How To Prequalify For A Mortgage

Hear is how to prequalify for a mortgage in six easy steps. All potential buyers of real estate need to prequalify for a mortgage before even looking at property in today's market. There is literally no point of looking at homes, if you do not qualify. Getting a mortgage is a daunting task and only the buyers who are very well qualified will pass the loan committees today. There are many mortgages available for borrowers with poor credit, but those too have conditions that must apply.

  1. How to Choose a Lender or Mortgage Broker. The very first step in getting prequalified for a mortgage is choosing a lender or mortgage broker. Not every lender is a perfect fit for every buyer. There are FHA loans, VA loans and Conventional Loans. Each type of loan has a particular lender that fits best.  There are many lenders that handle all three types of loans, but it is best to choose a specialty lender. Choose a lender with a solid track record with the loan you desire.
  2. Which Loan is Correct for Me? Besides the lender, the borrower must choose a type of financing that will fit their needs. Most beginning buyers will choose an FHA insured loan, VA loan or zero down loan.  These loans each have their own guidelines and are more lenient with the FICO (Fair Isaacs Corporation) score. This is the score that the credit bureau will attach to your credit rating. VA loans have no PMI (private mortgage insurance) and allow the borrower to have higher LTV (loan to value) ratios. FHA is very lenient with FICO scores and past delinquencies and even a bankruptcy that is over three years old with proper explanations.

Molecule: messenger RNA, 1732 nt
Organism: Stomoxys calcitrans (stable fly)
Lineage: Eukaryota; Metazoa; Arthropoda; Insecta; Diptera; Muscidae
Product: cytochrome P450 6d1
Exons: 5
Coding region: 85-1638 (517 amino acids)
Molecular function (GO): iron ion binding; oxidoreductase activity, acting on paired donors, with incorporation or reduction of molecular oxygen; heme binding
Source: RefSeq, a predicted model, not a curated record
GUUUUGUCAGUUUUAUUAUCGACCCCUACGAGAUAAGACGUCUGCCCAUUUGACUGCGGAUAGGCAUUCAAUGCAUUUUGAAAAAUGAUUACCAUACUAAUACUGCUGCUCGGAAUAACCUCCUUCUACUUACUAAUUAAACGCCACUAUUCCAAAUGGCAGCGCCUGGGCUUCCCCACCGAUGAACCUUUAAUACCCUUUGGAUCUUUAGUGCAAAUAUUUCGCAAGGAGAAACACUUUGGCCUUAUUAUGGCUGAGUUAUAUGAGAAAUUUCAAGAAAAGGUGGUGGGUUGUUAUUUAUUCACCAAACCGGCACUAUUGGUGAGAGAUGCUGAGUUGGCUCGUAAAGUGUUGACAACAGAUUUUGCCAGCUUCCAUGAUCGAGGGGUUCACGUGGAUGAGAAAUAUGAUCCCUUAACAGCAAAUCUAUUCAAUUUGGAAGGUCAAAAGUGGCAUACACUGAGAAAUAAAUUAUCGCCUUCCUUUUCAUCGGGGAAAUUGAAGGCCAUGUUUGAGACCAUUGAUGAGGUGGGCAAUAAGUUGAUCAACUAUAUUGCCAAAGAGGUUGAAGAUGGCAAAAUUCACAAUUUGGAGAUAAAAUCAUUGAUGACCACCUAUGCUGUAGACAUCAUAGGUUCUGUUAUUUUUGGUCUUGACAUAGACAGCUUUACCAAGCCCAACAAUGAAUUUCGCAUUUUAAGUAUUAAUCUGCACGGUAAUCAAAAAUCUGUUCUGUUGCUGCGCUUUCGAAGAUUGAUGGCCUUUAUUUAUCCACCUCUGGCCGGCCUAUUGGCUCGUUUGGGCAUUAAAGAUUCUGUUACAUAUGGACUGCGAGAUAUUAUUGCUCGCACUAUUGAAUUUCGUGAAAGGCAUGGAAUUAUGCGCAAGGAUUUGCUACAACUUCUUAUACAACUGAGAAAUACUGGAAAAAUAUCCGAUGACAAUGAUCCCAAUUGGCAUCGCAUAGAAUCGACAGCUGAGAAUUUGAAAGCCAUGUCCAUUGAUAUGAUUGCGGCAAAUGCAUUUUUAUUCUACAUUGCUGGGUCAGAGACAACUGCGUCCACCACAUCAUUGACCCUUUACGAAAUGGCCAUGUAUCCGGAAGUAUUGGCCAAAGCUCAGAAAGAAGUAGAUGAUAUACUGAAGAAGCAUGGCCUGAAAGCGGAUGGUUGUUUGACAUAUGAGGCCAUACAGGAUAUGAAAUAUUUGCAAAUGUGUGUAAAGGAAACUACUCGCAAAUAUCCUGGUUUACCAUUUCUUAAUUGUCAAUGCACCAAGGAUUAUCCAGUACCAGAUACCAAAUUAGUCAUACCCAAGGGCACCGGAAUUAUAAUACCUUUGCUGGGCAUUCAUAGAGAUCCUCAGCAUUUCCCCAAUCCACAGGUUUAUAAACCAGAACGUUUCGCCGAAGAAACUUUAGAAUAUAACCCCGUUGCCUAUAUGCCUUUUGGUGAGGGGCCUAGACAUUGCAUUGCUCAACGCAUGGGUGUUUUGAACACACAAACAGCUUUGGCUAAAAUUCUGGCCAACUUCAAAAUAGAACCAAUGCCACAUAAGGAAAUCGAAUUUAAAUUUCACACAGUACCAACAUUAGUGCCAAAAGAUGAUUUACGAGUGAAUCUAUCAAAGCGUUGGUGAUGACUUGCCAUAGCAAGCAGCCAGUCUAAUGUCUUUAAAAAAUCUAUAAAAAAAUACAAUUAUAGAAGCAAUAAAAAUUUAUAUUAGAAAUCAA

3. Paperwork Necessary for a Prequalification. There are many things that the lender will need to have in order to begin the prequalification for a mortgage. These items are both necessary and important to get a complete picture of the borrower's ability to handle and qualify for a loan. Here is a list of those things: verification of employment, verification of down payment and closing cost, bank statements and taxes for two years if self-employed
  4. Credit Reports. The bank will want to run a credit report on each borrower. The bank will do a very thorough credit check on all three bureaus and look for things such as delinquencies, bankruptcies and collection accounts. Once the bank has the credit reports, they will know what the FICO score is and be able to qualify the borrower more.
  5. Debt Ratio Calculations. After the lender has received the credit report and income verifications, he will be able to look at your LTV (debt to loan) ratios. Many lenders want to see between 28 to 36% debt ratio, but FHA wants to see 30%. VA is more lenient and will go higher than most lenders.  The bank will take your income, minus all debts and then take that figure and multiply it times the allowable LTV figure for the loan you are applying for. So if you make $3000 after deductions and debts and you are applying for an FHA insured loan (30%), the lender will allow you to have a mortgage payment including taxes and insurance of $900. Depending on the current interest rate, the lender will give you a figure you qualify for.
  6. Prequalifications are Free to Borrowers. Lenders and banks want to get more loans and so they will in many cases offer to prequalify the borrowers for free.  Many lenders will pay for the credit report also.  It is important to realize that the lender in turn will expect the borrower to commit to a loan, but it is not required.  Never sign and promise to commit to one lender who does the prequalification.  It may be that you will find a better loan or lender before you purchase your home.
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